Patients with SLE can show a wide variety of symptoms as well as different combinations of organ involvement. As a result, there is no single test used to diagnosis systemic lupus. Eleven criteria were established by the American Rheumatism Association to help doctors correctly diagnose SLE. Some patients suspected of having SLE may never develop enough criteria for a definite diagnosis. When a person has four or more of these criteria, the diagnosis of SLE is strongly suggested.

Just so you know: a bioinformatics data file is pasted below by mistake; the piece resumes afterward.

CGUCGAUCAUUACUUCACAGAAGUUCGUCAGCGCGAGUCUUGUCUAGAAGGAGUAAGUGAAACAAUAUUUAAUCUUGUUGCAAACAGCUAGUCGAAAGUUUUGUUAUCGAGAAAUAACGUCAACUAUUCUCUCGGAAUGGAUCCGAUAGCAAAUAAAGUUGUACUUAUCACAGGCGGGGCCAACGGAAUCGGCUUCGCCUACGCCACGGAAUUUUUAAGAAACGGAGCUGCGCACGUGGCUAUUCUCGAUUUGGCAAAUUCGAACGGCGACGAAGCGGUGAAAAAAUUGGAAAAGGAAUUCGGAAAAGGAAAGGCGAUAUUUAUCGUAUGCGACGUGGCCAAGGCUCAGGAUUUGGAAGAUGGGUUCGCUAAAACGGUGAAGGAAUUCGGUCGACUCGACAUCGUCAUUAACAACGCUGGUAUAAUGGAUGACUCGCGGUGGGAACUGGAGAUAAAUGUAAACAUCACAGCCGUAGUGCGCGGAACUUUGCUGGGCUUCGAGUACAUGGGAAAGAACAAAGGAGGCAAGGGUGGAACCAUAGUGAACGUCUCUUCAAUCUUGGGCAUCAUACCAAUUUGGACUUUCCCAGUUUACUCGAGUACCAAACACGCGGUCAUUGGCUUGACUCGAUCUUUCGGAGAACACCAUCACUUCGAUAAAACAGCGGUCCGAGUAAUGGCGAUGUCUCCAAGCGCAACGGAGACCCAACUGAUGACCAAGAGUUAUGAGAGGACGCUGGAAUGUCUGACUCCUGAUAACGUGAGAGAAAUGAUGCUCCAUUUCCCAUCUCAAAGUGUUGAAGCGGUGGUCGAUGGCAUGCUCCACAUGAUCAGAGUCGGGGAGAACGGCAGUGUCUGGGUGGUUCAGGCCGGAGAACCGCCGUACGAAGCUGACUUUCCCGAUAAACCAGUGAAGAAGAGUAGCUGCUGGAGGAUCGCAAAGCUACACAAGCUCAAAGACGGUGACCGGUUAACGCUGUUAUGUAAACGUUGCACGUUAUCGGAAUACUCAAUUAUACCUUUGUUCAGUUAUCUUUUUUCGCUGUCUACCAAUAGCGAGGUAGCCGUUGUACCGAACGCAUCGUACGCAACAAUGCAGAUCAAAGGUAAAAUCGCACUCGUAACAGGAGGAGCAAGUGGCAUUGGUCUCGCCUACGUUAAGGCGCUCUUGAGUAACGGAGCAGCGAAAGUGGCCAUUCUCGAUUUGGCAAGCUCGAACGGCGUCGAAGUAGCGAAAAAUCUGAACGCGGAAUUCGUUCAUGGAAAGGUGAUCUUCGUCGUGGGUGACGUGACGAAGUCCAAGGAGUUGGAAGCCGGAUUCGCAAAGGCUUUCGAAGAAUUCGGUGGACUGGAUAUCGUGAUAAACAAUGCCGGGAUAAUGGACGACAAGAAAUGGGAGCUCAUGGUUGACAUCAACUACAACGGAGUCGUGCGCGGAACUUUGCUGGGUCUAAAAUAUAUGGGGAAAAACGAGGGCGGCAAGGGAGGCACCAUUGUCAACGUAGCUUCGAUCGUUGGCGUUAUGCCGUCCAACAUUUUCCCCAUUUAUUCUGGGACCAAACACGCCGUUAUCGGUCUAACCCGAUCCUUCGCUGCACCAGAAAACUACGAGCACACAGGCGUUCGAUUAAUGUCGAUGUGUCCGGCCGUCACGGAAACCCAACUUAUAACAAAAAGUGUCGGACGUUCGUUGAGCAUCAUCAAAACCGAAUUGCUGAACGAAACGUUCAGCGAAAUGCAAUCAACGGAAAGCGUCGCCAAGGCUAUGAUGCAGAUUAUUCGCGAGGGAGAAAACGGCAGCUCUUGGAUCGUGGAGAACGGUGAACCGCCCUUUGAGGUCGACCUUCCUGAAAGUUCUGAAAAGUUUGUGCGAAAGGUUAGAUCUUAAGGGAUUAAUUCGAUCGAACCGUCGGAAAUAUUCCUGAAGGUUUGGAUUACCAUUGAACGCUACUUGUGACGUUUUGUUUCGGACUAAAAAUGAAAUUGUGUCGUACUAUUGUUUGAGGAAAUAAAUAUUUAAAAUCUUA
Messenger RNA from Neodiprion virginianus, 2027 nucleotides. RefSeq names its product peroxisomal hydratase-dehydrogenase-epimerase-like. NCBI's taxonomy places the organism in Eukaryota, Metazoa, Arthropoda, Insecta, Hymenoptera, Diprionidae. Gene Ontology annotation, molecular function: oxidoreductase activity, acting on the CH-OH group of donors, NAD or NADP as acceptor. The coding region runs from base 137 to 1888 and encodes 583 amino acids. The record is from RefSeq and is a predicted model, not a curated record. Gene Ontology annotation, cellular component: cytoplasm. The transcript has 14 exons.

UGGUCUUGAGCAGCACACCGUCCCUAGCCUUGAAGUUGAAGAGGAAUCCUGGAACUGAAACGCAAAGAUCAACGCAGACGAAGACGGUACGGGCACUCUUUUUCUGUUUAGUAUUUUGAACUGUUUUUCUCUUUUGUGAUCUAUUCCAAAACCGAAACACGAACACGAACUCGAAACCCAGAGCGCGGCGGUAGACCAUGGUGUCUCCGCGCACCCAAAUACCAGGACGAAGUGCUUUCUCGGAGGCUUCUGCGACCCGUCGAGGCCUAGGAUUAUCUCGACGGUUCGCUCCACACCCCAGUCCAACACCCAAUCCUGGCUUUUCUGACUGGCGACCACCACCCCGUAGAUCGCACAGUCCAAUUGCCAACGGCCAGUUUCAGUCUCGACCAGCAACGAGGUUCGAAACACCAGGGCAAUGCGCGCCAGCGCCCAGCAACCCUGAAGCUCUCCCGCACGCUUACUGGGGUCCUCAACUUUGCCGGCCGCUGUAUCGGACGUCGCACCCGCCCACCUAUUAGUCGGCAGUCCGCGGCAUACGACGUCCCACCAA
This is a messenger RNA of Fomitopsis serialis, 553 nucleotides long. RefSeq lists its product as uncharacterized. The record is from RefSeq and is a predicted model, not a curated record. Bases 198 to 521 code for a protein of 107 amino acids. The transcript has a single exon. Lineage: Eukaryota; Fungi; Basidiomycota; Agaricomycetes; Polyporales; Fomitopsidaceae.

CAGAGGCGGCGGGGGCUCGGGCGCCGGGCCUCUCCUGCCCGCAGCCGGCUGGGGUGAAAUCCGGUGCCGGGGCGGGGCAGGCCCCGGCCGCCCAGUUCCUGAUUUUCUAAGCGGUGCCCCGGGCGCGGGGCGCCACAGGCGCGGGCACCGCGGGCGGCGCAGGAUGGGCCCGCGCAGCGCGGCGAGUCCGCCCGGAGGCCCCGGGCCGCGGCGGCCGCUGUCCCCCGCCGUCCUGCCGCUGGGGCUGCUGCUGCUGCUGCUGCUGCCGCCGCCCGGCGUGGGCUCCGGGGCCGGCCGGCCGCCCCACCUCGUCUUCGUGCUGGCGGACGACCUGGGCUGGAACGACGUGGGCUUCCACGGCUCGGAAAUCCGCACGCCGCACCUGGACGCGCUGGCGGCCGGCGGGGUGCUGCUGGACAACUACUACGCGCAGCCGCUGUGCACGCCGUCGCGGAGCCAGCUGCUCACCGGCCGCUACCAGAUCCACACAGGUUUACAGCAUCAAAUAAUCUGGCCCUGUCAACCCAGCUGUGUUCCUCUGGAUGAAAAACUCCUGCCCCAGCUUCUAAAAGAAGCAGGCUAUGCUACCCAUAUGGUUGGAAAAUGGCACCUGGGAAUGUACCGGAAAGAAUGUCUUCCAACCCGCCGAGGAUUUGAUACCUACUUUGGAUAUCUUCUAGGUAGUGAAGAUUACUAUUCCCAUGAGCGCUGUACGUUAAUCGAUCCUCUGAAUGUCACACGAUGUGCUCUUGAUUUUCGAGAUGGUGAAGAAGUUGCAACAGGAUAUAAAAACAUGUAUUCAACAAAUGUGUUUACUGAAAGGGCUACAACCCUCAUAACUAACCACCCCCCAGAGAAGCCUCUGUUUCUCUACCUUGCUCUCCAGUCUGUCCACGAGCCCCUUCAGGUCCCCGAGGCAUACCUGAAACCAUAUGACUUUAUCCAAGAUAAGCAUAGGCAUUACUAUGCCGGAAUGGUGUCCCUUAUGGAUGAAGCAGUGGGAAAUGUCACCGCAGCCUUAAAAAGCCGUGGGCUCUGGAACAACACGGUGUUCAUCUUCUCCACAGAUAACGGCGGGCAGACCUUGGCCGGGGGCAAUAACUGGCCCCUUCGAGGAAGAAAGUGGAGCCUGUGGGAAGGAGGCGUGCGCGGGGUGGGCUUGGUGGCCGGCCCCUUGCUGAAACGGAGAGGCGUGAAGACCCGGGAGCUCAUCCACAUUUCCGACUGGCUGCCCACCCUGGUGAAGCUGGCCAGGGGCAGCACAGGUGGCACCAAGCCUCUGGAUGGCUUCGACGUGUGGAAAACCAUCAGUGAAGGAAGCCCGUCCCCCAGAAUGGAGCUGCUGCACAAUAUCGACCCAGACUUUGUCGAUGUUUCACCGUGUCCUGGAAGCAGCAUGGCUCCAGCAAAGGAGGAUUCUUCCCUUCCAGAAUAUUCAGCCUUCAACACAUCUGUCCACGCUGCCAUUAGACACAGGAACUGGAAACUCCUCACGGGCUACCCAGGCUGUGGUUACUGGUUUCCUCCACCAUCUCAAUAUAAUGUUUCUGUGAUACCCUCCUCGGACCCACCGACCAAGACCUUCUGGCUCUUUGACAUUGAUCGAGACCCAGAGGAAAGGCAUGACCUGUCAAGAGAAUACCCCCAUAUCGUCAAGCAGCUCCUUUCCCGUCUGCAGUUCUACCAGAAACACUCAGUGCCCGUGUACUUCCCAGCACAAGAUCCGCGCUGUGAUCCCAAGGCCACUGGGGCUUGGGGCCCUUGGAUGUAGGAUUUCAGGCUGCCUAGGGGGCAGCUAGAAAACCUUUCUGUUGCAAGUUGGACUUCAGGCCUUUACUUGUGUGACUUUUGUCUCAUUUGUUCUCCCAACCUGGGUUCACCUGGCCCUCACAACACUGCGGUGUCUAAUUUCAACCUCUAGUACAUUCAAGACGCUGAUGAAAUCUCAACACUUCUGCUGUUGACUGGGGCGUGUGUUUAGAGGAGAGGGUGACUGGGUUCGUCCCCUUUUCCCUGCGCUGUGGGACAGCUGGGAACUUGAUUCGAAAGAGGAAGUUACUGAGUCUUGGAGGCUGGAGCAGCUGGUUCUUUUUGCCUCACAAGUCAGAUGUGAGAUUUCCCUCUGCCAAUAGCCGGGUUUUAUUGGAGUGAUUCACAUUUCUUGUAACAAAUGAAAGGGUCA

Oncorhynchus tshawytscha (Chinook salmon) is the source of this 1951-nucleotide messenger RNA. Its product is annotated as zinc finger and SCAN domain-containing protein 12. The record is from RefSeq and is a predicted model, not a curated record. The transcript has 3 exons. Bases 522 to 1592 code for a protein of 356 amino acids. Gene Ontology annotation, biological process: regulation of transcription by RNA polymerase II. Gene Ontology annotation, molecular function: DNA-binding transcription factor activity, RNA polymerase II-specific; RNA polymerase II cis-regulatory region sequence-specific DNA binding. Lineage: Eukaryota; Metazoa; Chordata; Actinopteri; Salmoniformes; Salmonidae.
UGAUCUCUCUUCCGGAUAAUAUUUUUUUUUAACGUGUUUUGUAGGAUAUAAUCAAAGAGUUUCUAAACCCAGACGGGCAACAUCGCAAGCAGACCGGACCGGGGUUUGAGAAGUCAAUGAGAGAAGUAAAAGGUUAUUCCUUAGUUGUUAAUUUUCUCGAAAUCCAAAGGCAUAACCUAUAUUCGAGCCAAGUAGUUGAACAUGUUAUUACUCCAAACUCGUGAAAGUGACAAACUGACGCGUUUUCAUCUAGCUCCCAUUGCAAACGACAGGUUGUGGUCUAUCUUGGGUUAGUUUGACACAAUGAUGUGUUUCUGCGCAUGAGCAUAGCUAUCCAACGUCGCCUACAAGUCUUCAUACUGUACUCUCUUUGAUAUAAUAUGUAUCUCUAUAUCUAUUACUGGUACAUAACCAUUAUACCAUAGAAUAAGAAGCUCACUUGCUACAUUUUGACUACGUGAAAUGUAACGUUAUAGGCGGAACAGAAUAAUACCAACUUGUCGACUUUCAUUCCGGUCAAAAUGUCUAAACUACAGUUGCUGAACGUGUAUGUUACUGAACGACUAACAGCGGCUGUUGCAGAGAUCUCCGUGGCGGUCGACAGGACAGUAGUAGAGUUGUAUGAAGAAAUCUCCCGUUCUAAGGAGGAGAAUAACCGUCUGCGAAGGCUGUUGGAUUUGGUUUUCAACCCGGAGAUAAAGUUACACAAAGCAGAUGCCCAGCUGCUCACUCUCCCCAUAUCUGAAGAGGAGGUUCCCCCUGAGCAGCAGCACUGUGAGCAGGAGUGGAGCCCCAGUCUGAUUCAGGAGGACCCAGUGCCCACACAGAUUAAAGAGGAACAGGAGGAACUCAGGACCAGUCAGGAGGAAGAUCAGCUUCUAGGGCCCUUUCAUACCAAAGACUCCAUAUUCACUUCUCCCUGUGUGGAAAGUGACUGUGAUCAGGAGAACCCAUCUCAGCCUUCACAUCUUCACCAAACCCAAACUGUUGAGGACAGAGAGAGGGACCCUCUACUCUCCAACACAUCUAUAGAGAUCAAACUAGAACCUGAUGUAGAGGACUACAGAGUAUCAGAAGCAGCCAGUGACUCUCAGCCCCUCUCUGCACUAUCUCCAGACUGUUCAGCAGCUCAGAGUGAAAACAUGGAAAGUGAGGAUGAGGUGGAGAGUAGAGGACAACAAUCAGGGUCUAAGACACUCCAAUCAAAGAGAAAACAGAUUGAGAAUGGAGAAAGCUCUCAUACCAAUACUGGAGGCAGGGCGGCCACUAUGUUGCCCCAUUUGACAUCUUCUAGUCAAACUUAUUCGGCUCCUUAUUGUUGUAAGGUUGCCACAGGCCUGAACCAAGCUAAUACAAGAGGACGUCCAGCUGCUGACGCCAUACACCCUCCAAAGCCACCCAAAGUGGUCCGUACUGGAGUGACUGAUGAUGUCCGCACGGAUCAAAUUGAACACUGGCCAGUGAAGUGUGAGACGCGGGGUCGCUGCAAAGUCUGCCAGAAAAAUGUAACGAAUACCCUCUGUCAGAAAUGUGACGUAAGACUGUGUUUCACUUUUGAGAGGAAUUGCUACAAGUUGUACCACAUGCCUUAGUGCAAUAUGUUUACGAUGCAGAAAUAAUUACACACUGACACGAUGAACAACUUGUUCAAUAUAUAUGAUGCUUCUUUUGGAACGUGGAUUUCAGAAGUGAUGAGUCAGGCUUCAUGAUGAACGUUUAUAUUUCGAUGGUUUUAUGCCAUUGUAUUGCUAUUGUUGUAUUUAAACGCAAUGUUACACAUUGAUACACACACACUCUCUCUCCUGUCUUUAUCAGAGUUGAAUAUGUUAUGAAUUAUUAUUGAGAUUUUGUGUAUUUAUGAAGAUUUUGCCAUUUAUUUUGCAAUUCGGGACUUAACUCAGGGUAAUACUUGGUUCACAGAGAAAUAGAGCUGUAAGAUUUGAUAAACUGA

While there is no permanent cure for SLE, treatments are used to relieve symptoms and protect organs by decreasing inflammation and level of autoimmune activity. Patients with mild symptoms may only need treatment with anti-inflammatory medications during symptom flares. More serious illness involving internal organs may require high doses of corticosteroids and other medications used to suppress the immune system.
Reviewed by: Michael Fuller, MD